Inductive reasoning allows inferring due to our knowledge of a particular situation, which means that we have good reason to believe it. However, it cannot be guaranteed. For example, if all dogs that we see from a distance are white, we may infer that the expression all dogs are white is reasonable.

How People Use The Terms


Most people use both terms as synonyms, along with the term “imply.” Let me show you the synonyms and antonyms of each word to get an idea of how to use them better.

Deduce synonyms: Gather, conclude, infer, reason, surmise, reason out, understand, deduct, derive, extrapolate, elicit, suppose, reckon, assume, conjecture, judge, presume, imagine, consider, figure, decide, conceive, construe, draw, comprehend, collect, draw the inference, come to a conclusion, add up, come to understand, draw a conclusion.

Deduce antonyms: disbelieve, contraindication, indication, destroy, disperse, disregard, distribute, divide, ignore, induce, leave, misunderstand, reject, scatter, not believe, neglect, forget, misconceive, calculate, miss, guess, fail, wonder, question, be certain, estimate, dismiss, doubt, distrust, hesitate, deny, stop, prove, be sure, overlook, unsettle, have information, confuse, have knowledge.

Infer Synonyms: understand, reason, gather, deduce, assume, presume, suppose, presuppose, judge, conclude, decide, derive, extrapolate, make out, understand.

Infer Antonyms: Scatter, neglect, misunderstand, divide, distribute, disperse, disbelieve, abstain.

Examples Of The Terms

In many cases, these terms are used within the same context or to convey a similar message. As a result, you’ll find plenty of similarities between the examples below.

  • We inferred his happiness from the volume of his voice and the size of his smile.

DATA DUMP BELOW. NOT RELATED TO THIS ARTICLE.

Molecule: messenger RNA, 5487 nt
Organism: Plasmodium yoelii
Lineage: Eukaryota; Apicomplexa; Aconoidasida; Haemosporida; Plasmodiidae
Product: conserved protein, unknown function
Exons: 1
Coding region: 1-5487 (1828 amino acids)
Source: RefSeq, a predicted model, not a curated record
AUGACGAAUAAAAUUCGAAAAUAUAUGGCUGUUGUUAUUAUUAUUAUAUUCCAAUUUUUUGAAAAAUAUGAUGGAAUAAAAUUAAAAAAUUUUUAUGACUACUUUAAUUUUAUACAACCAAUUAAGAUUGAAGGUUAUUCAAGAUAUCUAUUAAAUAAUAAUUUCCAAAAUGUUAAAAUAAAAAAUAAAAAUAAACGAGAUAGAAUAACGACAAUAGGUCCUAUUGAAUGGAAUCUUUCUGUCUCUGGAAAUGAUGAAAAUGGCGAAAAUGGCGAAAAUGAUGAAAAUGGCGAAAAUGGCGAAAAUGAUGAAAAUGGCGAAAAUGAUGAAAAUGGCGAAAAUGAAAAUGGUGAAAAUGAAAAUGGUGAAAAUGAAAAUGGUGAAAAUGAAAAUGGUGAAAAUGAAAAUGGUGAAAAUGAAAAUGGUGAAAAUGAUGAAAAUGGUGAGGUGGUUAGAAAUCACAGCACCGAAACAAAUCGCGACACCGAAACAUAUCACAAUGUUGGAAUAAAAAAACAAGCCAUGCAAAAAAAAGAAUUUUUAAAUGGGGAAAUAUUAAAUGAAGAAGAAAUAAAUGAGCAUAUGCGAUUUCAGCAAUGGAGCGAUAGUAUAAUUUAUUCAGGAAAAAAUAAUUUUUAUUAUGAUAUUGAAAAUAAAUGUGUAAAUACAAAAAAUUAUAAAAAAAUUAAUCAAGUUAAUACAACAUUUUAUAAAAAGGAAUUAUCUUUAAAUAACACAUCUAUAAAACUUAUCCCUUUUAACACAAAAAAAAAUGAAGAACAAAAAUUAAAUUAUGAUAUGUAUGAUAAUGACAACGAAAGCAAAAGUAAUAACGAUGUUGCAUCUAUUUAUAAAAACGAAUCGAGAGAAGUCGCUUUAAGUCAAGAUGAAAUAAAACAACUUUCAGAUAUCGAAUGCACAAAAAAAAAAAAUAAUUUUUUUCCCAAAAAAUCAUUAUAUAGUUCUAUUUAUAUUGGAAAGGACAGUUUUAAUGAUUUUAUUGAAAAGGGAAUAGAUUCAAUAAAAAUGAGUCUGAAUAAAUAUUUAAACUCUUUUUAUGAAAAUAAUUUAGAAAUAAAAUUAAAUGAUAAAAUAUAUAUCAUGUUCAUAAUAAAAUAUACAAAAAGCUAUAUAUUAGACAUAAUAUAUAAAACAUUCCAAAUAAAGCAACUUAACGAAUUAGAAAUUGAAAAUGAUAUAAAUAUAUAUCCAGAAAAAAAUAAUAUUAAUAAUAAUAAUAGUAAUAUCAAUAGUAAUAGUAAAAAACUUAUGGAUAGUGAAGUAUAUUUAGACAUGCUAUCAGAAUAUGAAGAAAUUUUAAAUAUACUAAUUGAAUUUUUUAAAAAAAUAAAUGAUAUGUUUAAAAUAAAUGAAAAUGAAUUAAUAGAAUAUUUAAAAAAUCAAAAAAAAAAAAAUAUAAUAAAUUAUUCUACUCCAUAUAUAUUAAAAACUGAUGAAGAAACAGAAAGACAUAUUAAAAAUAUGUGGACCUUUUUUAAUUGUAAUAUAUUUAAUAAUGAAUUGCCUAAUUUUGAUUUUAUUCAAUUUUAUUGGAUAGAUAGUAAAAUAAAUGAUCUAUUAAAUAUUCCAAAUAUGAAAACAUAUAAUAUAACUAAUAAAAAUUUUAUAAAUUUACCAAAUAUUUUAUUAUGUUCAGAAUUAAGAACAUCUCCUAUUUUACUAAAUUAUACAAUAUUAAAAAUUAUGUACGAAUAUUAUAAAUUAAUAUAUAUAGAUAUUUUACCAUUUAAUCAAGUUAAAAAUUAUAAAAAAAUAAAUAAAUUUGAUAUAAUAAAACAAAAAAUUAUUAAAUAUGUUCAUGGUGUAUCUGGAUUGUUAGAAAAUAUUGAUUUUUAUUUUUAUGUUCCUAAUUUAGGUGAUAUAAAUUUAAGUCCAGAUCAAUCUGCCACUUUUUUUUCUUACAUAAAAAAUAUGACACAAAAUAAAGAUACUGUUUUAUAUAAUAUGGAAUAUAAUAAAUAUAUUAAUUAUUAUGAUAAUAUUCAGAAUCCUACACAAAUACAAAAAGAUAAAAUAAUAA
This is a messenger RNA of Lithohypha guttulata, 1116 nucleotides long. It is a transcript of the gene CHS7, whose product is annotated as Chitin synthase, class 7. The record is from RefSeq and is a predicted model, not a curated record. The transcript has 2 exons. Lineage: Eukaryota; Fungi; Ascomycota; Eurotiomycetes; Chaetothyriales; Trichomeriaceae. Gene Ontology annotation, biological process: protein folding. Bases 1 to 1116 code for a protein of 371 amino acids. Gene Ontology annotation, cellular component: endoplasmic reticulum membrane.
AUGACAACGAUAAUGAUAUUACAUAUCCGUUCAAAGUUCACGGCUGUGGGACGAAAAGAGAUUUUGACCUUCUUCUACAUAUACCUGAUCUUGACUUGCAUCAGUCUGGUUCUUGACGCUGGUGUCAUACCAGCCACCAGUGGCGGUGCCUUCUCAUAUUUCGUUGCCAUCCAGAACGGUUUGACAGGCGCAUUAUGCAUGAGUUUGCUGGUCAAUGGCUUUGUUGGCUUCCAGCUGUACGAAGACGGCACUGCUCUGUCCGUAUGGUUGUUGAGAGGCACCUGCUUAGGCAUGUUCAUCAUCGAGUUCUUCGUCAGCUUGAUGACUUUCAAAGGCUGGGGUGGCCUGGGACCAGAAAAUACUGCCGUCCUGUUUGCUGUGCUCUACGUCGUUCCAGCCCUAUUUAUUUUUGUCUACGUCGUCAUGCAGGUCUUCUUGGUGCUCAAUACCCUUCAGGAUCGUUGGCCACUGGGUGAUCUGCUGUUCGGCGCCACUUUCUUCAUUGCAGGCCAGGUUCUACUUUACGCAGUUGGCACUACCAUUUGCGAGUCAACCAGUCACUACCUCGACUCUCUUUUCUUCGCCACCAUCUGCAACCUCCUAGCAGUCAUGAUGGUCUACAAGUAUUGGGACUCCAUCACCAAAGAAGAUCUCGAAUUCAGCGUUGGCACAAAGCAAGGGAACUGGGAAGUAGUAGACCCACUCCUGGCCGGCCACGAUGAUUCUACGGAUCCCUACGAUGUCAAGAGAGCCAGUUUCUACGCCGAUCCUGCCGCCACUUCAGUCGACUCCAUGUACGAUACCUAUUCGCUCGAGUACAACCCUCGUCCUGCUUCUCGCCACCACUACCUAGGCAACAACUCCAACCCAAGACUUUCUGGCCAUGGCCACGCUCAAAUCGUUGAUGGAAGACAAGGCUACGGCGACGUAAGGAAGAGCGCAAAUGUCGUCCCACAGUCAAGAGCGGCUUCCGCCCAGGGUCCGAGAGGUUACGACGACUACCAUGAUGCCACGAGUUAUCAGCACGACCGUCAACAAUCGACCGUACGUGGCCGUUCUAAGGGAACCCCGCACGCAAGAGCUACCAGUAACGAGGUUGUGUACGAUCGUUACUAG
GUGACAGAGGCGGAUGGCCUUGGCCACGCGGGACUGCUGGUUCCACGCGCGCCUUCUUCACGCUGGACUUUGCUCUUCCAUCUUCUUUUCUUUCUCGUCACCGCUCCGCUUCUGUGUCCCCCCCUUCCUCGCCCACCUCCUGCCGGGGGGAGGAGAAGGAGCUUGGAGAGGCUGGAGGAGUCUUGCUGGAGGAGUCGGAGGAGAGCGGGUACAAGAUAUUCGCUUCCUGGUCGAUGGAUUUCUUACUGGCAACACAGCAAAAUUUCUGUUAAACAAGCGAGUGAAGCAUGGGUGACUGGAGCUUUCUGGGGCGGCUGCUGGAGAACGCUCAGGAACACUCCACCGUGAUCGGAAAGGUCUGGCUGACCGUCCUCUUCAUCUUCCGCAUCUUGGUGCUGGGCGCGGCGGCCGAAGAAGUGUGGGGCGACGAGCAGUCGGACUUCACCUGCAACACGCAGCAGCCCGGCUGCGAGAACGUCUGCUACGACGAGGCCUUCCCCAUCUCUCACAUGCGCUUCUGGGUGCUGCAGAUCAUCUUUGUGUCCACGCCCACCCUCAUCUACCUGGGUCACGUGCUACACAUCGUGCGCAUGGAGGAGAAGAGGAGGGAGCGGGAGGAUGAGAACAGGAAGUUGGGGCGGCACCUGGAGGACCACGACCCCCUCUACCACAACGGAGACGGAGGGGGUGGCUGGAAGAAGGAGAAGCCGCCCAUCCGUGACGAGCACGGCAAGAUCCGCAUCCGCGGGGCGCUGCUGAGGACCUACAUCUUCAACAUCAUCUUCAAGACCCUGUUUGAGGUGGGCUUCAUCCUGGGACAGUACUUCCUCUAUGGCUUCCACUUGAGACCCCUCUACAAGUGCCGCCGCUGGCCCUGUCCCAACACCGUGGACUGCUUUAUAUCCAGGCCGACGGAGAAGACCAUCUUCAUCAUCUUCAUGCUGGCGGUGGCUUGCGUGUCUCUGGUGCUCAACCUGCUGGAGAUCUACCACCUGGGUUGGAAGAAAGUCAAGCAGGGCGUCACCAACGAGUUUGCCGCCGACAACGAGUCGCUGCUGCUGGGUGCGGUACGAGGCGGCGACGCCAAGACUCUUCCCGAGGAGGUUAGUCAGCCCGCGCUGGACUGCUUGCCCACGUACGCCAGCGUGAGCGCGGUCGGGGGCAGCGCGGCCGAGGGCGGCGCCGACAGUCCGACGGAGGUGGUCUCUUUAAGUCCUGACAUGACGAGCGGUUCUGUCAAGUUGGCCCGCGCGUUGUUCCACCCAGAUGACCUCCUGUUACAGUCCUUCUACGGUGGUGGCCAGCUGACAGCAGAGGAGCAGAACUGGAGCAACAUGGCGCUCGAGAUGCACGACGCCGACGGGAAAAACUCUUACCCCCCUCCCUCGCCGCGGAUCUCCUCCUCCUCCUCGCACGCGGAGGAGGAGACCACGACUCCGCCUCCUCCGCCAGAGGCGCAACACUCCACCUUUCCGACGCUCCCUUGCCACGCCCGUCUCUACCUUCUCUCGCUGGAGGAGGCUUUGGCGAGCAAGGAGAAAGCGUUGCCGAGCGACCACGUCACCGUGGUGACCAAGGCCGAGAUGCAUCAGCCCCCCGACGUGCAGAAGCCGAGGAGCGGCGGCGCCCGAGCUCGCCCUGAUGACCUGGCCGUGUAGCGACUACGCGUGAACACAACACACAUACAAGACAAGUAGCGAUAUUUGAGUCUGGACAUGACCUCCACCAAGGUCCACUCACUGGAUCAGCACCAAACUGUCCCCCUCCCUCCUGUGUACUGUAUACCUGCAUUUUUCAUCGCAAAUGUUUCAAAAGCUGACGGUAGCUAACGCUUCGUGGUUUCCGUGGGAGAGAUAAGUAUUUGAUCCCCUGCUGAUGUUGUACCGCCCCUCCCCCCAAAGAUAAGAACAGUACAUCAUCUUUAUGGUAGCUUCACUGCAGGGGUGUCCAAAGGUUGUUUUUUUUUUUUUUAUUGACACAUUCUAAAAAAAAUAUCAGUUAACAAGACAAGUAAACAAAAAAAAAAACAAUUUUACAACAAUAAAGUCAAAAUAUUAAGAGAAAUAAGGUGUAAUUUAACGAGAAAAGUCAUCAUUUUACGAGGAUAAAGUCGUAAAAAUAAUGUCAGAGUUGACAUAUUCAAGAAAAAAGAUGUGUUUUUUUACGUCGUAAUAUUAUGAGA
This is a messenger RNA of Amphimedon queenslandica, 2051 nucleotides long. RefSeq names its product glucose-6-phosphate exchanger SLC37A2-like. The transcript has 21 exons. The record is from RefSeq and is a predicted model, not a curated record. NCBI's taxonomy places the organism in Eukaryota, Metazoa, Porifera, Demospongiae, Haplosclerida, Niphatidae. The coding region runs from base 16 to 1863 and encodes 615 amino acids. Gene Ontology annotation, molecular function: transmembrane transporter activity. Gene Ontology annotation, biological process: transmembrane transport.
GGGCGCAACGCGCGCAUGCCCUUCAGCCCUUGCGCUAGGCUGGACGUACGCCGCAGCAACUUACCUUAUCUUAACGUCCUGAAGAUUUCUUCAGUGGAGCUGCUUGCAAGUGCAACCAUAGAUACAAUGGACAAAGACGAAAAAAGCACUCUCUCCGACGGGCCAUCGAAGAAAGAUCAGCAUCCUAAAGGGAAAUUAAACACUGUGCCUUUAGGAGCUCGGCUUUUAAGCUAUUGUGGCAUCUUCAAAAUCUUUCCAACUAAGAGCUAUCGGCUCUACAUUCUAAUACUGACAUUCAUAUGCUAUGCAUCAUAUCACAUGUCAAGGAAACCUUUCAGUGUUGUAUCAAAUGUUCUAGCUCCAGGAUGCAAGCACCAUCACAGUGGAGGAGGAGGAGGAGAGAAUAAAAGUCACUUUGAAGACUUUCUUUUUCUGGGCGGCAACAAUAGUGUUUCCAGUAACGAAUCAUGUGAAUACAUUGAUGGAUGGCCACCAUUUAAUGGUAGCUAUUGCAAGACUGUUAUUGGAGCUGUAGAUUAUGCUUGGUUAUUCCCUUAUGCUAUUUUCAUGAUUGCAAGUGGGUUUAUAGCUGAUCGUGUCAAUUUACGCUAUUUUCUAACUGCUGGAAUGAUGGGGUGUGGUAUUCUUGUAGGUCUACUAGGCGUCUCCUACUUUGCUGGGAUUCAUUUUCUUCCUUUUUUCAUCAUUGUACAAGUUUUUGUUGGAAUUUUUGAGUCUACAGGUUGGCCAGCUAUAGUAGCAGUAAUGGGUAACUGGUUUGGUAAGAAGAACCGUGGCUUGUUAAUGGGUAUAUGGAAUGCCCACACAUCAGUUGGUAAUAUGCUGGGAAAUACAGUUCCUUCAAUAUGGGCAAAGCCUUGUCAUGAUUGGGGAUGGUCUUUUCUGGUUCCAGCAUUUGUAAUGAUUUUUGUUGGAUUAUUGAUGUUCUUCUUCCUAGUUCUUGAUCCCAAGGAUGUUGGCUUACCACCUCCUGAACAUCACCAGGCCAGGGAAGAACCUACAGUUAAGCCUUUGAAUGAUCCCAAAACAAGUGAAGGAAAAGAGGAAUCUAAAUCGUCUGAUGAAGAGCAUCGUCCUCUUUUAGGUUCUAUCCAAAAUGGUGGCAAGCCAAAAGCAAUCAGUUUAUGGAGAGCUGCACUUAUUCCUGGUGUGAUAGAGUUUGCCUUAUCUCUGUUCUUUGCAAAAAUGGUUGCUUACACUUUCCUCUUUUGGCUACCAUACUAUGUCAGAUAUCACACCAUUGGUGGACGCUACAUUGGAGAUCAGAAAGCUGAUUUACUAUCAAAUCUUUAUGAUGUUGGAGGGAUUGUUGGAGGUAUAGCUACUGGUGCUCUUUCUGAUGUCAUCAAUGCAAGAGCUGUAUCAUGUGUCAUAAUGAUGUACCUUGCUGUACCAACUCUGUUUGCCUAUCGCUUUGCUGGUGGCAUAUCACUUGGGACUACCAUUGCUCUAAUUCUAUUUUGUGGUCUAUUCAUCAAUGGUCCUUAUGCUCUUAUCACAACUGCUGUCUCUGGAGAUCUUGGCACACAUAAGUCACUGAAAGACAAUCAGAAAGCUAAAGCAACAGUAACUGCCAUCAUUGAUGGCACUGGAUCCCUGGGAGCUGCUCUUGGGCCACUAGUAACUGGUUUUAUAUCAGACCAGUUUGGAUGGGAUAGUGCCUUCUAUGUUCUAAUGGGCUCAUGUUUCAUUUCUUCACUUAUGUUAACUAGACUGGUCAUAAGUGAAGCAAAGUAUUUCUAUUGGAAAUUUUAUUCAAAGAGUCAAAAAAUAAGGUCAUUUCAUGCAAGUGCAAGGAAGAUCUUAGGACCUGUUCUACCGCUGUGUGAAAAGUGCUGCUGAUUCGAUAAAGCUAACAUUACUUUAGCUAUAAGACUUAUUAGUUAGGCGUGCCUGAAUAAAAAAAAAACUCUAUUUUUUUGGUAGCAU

• What do you infer from his approval? Do you think he was forced to?
  • We inferred from his words that he wanted to stay a little longer.
  • Based on what they said in the email, she inferred that they were not interested in a business relationship.
  • The pointed-out elements in every representation that are not obtained by decoding the message are inferred.
  • The termination of the signals can be inferred because the blocking stays active for the whole day.
  • I spoke to him five days ago, and he was joking and laughing about everything. I can deduce from this that everything was resolved in a friendly matter.
  • I deduce that someone is angry at me if I see them coming towards me with an angry face saying angry words. Still, it isn’t easy to deduce the reason at that moment unless I ask and get an answer.
  • Therefore liberals infer that a challenge to the state is vital and society can be transformed. But we don’t know the time that it will take.
  • Despite several clues, there’s no way to infer the thief’s identity. There were no cameras on site.
  • My dad has been in the hospital for two weeks. There is no way we can deduce that he’s to blame.
  • It is definitely unfair and closed-minded to deduce that he is the wrong person, will treat her like a toy, and doesn’t deserve her just because he got in the car and didn’t open her door.
  • He deduced quickly that the treasure map was on the back of the Declaration of Independence, marked with invisible ink.
  • The strategy demanded full attention and identified the clues to deduce where enemies of the state planted the atom bomb before it went off.
  • This report is incomplete and lacks formality. I hope they can deduce that before they send it to higher executives. It won’t be good if they don’t.
  • Suppose we try to understand better how the mechanism works. In that case, we can better deduce the outcome of the results before they happen.
  • After reading and interpreting all the signs, he could deduce that both parties worked together and not against each other as advertised.
  • Working all those numbers together in such a short amount of time makes me deduce his ability to work all our numbers in the central system.


It can be confusing reading about logic, reason, and all the information that comes along. The words aren’t exactly the same, but when it comes to just using them for common writing or communication, both are similar and can be used as synonyms.

Suppose you take part in a more in-depth conversation about what has been discussed in this article. In that case, it is ok to use “deduce” as a part of “infer.” According to Charles Sanders Peirce, it is essential to remember that “infer” is more extensive and can be categorized as deduction, induction, or abduction. Therefore, if you see someone speaking about reason, you can infer that person is knowledgeable about the subject. If you hear them mentioning authors, experiments, and more information, you can deduce they are an expert on the subject.